Parents of homeschooled children will pay less in property taxes if a novel bill passes in Ohio. Senate Bill 127, pegged to become effective in 2014, would give homeschoolers a tax credit equal to the proportion of property taxes on their home that fund their local school district.
“Home schooling requires an immense amount of parental involvement, which has many positive benefits for children, but it also involves a great deal of sacrifice,” said bill sponsor and state Sen. Kris Jordan (R-Powell), in a statement. “Families that elect to home-school their children often pay directly out of pocket for many of the materials and other items needed, and my proposal could help significantly in defraying some of these costs.”
A handful of states, including Minnesota and Louisiana, grant tax credits to homeschool families, but none currently offers homeschoolers property tax relief, according to the Home School Legal Defense Association (HSLDA).
Homeschoolers Interested, Nervous
Homeschoolers expressed have mixed opinions about the proposal. Ohioans for Educational Freedom supports tax credits “since home educating families pay, unfairly, for public education in their property taxes,” said Mark Stevenson, the organization’s founder and director.
But some Ohio homeschoolers are concerned the bill’s passage “would draw attention to us as a whole, and then legislators would be considering ways to regulate us, even more than we are now,” Stevenson said.
Education consultant Melissa Venable already has Ohio on her “strictest states for homeschooling” list. “Many homeschooling families find Ohio to be a difficult state, not due to its laws, but due to school districts with overreaching policies,” she notes.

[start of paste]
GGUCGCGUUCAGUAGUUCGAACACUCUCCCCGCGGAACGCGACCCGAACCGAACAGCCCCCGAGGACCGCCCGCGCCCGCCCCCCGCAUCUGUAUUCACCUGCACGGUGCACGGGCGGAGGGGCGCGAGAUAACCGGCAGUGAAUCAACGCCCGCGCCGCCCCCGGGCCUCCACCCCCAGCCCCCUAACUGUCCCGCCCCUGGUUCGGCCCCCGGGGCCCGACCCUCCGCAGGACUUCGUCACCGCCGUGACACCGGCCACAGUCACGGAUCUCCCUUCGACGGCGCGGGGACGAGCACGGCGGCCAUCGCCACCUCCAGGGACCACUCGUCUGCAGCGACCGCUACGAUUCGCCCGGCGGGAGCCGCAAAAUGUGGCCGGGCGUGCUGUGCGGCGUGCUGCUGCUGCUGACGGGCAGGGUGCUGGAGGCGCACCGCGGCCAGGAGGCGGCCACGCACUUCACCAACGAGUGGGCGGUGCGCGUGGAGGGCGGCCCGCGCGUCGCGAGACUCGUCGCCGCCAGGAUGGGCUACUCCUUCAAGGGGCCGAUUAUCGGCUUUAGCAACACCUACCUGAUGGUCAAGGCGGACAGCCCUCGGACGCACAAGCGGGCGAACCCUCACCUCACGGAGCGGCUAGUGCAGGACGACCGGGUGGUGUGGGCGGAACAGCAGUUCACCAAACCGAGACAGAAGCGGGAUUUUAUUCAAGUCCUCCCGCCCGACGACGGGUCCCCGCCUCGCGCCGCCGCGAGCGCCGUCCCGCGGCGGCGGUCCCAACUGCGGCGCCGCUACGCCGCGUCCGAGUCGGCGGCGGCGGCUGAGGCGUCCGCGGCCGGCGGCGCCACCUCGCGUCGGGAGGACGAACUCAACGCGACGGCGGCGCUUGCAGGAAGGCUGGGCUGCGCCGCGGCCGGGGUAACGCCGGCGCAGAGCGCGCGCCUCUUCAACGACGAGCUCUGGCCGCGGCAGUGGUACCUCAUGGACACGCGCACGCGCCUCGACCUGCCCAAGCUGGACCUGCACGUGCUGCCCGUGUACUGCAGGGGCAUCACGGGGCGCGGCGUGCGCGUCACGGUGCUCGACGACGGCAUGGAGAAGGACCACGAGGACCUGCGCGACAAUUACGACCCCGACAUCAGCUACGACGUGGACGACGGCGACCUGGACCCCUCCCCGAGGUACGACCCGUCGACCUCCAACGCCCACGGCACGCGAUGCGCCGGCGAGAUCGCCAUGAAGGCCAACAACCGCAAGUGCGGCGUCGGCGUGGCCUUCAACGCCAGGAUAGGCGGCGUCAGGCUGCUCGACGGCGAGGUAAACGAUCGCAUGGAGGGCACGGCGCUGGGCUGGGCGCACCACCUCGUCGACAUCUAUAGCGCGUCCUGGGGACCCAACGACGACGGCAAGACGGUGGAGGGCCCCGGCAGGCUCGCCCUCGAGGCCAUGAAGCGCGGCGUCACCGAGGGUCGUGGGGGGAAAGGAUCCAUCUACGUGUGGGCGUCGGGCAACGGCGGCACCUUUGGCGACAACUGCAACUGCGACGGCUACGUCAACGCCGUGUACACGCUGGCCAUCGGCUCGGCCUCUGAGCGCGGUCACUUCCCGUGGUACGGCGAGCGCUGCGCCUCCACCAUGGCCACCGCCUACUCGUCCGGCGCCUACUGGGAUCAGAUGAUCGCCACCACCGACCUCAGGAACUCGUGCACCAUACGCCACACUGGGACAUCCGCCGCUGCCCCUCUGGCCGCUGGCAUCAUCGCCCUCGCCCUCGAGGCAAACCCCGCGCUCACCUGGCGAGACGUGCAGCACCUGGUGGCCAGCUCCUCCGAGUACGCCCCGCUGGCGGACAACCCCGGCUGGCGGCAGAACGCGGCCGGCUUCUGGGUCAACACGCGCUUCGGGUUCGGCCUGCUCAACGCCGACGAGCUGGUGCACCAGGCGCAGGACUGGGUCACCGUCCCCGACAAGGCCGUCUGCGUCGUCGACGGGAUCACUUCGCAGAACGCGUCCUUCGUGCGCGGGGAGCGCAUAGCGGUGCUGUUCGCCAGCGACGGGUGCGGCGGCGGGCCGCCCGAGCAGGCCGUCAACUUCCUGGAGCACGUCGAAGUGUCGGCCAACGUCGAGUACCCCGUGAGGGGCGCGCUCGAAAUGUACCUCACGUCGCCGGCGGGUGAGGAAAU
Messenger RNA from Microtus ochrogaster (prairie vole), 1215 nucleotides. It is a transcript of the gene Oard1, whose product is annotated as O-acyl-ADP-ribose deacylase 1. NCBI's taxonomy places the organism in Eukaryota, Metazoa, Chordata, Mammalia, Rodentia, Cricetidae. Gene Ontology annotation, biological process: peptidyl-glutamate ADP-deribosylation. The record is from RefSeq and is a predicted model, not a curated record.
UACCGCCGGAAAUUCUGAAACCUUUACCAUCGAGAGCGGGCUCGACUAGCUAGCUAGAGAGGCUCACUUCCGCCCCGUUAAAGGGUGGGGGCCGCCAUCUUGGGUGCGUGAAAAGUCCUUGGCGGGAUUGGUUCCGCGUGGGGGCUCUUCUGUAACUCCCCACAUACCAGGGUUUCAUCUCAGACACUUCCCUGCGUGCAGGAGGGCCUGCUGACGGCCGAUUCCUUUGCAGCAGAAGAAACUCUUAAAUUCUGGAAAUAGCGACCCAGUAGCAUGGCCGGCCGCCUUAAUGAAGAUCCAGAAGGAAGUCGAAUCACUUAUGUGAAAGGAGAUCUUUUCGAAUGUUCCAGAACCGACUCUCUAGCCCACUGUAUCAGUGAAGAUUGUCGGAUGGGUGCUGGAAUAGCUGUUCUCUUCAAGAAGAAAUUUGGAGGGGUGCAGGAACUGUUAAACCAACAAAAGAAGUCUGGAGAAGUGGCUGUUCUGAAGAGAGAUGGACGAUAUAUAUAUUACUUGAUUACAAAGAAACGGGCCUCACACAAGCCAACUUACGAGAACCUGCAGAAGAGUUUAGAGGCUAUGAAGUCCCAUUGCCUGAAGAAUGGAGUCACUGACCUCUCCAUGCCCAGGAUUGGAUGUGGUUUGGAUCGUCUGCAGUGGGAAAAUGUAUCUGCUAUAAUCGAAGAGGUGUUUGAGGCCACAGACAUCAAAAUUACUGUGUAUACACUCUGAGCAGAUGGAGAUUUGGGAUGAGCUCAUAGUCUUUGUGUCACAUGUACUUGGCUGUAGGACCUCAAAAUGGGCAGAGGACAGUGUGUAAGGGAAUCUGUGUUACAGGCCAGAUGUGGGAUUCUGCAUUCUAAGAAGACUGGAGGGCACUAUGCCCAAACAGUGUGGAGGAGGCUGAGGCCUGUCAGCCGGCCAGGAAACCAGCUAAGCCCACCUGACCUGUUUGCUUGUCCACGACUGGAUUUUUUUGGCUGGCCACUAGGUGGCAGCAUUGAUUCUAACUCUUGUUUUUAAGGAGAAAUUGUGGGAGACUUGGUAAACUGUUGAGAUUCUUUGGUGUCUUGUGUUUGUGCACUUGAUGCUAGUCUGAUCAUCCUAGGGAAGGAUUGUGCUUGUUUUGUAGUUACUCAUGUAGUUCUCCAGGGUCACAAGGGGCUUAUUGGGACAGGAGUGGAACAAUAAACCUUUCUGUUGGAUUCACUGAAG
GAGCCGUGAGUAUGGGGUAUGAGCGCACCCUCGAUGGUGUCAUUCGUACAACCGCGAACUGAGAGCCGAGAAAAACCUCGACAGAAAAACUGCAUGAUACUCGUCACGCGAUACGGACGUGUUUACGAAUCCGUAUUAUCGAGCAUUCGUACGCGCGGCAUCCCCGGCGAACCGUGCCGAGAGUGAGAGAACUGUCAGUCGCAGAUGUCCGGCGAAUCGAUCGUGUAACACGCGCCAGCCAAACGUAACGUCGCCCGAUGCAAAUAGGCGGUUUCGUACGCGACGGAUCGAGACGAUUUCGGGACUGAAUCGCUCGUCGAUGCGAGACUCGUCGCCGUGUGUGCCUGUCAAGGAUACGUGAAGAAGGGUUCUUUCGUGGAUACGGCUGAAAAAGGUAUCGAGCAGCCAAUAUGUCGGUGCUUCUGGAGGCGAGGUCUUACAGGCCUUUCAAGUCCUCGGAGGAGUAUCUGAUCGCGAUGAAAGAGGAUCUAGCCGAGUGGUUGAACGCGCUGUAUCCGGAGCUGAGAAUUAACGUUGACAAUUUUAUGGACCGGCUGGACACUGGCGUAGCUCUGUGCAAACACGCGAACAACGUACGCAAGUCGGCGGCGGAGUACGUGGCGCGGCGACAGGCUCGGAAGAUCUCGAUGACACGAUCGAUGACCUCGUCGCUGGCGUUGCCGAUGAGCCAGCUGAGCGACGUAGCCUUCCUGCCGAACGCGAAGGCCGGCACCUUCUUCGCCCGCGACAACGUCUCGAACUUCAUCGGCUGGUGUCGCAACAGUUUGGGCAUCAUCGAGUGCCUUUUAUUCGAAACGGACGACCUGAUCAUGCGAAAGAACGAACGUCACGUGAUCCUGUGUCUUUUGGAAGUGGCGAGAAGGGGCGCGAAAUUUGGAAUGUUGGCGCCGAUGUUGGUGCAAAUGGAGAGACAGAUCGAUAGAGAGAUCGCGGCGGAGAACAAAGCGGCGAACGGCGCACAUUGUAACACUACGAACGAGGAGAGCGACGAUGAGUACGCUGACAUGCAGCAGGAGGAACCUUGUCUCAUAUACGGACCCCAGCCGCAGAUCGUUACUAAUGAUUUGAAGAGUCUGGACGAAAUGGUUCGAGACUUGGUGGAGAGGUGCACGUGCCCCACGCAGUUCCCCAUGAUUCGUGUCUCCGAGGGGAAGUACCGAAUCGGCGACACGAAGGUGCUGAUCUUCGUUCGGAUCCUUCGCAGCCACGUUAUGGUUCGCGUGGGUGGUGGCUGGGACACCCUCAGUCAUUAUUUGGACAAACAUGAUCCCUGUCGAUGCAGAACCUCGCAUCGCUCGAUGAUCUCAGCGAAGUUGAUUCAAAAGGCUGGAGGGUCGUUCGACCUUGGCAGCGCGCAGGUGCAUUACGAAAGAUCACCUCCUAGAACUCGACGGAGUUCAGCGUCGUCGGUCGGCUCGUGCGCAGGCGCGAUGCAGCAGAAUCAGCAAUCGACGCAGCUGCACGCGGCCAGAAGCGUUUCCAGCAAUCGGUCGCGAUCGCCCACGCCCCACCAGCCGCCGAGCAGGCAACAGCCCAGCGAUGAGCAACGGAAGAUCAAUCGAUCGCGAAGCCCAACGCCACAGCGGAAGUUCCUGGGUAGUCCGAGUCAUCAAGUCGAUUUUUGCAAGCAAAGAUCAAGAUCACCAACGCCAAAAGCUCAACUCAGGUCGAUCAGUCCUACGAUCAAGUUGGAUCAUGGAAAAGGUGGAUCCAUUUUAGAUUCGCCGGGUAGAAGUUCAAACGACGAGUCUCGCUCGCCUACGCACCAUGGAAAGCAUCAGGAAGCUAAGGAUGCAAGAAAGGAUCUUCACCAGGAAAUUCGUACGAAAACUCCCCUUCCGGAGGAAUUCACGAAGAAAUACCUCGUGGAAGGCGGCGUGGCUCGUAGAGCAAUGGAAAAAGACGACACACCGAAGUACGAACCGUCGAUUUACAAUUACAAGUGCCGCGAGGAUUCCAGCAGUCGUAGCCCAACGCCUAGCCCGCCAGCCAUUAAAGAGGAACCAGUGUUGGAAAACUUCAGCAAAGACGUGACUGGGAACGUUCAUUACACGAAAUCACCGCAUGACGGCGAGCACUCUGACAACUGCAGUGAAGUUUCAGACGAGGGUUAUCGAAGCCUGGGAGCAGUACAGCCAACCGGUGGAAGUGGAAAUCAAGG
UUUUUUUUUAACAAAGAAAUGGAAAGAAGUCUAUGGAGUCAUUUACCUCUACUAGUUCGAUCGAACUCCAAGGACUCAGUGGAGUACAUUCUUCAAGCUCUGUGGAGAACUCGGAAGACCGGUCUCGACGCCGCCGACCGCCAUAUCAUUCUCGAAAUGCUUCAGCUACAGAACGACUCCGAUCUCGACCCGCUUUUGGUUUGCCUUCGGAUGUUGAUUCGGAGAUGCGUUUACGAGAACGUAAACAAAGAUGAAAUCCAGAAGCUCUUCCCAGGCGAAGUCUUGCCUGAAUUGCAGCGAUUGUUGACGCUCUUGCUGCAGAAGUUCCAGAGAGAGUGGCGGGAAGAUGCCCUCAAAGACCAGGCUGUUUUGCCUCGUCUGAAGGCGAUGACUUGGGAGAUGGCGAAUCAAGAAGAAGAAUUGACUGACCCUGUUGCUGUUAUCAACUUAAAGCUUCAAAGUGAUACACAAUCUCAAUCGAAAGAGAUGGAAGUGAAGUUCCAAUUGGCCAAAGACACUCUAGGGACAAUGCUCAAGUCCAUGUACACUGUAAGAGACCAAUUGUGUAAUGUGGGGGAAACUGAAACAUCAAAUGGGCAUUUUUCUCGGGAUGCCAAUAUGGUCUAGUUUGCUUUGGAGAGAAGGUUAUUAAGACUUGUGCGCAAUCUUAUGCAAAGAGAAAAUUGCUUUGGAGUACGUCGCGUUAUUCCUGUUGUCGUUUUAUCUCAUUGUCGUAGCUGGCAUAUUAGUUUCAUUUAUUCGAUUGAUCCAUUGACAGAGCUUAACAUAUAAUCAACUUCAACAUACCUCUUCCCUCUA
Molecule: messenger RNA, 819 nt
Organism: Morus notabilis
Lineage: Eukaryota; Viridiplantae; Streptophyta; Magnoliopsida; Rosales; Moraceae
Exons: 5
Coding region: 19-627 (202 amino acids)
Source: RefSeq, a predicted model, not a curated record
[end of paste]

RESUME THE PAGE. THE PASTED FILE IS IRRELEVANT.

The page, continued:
Ohio homeschoolers must submit education plans annually to their local superintendent, who can reject them. They must also administer state tests each year or create an alternative assessment approved by their district, according to HSLDA.
Christian Home Educators of Ohio suggested changes to the bill to prevent “unintended consequences,’ said legislative liaison Melanie Elsey, but she declined to specify those concerns.
Government School Opposition
Public school advocates, conversely, oppose the credit.
“This just siphons away money that would be used for public education,” Jay Smith, a lobbyist with the Ohio School Boards Association, told Ohio Watchdog.
Ohio is home to approximately 24,000 home-schooled children, and the 2013 Midwest Homeschool Convention in Cincinnati attracted 15,000 people.
SB 127 has been assigned to the Senate Ways & Means Committee for further discussion.
Image by Suzy Morris.